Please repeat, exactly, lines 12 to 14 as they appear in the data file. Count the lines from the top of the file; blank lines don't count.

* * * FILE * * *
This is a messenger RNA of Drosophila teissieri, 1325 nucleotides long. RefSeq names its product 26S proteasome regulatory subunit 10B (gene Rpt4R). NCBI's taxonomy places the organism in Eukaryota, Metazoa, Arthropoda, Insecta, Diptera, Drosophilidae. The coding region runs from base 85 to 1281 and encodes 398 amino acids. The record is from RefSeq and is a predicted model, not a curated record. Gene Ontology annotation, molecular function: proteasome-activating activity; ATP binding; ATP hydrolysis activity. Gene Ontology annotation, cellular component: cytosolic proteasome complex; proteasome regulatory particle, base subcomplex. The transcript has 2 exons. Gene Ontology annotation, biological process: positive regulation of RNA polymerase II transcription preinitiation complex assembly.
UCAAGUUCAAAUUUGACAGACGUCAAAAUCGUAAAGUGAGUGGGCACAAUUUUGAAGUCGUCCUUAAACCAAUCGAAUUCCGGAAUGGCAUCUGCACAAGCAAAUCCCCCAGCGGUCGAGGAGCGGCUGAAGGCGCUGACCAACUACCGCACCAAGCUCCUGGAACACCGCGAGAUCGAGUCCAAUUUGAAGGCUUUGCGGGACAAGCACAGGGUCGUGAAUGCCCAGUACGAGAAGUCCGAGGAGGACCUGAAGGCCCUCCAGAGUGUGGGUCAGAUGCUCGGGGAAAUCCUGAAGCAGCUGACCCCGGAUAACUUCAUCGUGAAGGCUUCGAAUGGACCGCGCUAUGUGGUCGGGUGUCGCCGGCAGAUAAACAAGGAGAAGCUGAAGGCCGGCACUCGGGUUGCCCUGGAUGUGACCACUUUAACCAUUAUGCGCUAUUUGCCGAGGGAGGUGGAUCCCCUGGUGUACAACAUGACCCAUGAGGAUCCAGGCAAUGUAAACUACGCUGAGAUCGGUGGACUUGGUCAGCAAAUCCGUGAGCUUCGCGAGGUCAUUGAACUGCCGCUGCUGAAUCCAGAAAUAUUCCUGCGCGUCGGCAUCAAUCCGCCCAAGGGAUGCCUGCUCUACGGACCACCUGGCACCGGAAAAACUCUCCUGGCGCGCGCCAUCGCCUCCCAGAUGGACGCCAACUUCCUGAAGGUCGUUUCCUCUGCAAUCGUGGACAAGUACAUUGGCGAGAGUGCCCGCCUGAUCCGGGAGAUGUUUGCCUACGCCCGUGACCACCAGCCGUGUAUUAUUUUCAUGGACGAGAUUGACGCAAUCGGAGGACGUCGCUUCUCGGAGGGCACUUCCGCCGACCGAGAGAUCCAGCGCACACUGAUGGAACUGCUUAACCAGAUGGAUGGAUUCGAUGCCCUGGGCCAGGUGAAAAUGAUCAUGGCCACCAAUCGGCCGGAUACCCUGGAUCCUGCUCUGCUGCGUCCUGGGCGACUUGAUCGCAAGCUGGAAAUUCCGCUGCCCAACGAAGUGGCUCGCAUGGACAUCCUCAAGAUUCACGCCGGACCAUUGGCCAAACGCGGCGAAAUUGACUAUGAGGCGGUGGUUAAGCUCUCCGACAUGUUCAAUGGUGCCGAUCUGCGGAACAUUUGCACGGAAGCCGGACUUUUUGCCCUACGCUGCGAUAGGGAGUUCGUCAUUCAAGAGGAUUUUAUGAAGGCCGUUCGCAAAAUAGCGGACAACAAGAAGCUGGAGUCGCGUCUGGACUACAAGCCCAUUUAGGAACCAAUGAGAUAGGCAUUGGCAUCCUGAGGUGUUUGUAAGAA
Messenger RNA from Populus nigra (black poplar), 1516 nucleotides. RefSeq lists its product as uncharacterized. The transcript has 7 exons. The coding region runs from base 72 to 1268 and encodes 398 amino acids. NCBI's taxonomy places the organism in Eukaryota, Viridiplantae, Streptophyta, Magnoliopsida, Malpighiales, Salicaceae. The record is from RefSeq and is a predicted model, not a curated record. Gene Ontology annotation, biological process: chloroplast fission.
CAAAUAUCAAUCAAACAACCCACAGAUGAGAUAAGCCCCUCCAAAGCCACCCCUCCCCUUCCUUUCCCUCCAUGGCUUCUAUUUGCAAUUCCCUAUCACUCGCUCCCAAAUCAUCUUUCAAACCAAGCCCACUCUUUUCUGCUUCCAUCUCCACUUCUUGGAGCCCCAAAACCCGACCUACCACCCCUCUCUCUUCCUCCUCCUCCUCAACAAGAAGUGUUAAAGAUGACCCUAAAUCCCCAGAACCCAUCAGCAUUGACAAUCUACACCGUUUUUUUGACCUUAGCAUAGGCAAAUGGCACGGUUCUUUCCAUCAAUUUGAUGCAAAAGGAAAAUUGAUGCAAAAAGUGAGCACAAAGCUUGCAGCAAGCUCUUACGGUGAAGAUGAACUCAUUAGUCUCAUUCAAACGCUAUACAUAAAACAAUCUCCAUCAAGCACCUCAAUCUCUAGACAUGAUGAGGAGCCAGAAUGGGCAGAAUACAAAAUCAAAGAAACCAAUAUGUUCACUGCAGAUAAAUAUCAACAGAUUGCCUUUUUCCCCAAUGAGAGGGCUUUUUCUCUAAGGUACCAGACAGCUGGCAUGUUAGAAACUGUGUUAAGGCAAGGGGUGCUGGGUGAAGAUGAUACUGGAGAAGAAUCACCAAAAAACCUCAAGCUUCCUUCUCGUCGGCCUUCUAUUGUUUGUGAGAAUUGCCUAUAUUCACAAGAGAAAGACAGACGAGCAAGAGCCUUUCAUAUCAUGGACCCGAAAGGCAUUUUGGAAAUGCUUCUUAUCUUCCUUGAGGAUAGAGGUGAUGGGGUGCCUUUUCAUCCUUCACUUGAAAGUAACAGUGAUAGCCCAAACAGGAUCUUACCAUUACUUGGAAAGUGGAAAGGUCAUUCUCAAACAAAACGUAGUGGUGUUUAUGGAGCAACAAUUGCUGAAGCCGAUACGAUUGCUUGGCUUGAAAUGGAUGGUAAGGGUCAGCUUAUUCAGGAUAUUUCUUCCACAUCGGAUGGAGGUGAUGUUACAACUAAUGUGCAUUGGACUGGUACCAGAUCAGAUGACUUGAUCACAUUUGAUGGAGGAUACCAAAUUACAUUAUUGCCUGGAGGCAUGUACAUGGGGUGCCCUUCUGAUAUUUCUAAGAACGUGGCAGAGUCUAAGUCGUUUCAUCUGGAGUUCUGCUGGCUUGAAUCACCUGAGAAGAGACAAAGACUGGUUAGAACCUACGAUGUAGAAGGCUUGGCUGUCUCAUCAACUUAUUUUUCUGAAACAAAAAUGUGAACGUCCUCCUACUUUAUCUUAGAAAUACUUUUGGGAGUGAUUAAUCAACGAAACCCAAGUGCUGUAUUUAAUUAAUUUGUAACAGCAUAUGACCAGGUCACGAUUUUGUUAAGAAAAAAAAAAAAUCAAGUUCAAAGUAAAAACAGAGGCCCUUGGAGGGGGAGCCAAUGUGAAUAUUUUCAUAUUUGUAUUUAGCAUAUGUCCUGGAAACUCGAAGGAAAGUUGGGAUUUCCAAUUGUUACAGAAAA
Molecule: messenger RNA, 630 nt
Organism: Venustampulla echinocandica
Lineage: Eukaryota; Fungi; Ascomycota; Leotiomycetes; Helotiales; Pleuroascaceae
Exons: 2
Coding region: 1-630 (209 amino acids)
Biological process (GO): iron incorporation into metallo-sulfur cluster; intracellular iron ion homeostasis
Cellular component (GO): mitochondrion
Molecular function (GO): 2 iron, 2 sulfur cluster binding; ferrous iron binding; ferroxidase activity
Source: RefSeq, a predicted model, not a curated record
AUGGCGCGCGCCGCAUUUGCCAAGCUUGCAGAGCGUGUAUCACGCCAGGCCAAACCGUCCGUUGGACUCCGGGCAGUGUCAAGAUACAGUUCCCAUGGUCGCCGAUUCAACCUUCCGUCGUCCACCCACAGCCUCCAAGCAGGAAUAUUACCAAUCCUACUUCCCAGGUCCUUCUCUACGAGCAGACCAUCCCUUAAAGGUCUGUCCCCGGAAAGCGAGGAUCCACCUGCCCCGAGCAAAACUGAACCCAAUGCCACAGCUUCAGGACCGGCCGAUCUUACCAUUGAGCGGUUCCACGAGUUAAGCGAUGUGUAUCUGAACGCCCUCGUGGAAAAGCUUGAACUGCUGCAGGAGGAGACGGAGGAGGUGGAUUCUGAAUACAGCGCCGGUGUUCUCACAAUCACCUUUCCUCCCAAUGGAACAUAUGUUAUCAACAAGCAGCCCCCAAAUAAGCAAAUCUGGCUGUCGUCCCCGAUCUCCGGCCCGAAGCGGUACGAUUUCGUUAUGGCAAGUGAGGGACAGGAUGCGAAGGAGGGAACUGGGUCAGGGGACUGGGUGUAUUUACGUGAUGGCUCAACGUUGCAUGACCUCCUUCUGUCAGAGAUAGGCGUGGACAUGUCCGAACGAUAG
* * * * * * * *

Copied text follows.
Molecular function (GO): 2 iron, 2 sulfur cluster binding; ferrous iron binding; ferroxidase activity
Source: RefSeq, a predicted model, not a curated record
AUGGCGCGCGCCGCAUUUGCCAAGCUUGCAGAGCGUGUAUCACGCCAGGCCAAACCGUCCGUUGGACUCCGGGCAGUGUCAAGAUACAGUUCCCAUGGUCGCCGAUUCAACCUUCCGUCGUCCACCCACAGCCUCCAAGCAGGAAUAUUACCAAUCCUACUUCCCAGGUCCUUCUCUACGAGCAGACCAUCCCUUAAAGGUCUGUCCCCGGAAAGCGAGGAUCCACCUGCCCCGAGCAAAACUGAACCCAAUGCCACAGCUUCAGGACCGGCCGAUCUUACCAUUGAGCGGUUCCACGAGUUAAGCGAUGUGUAUCUGAACGCCCUCGUGGAAAAGCUUGAACUGCUGCAGGAGGAGACGGAGGAGGUGGAUUCUGAAUACAGCGCCGGUGUUCUCACAAUCACCUUUCCUCCCAAUGGAACAUAUGUUAUCAACAAGCAGCCCCCAAAUAAGCAAAUCUGGCUGUCGUCCCCGAUCUCCGGCCCGAAGCGGUACGAUUUCGUUAUGGCAAGUGAGGGACAGGAUGCGAAGGAGGGAACUGGGUCAGGGGACUGGGUGUAUUUACGUGAUGGCUCAACGUUGCAUGACCUCCUUCUGUCAGAGAUAGGCGUGGACAUGUCCGAACGAUAG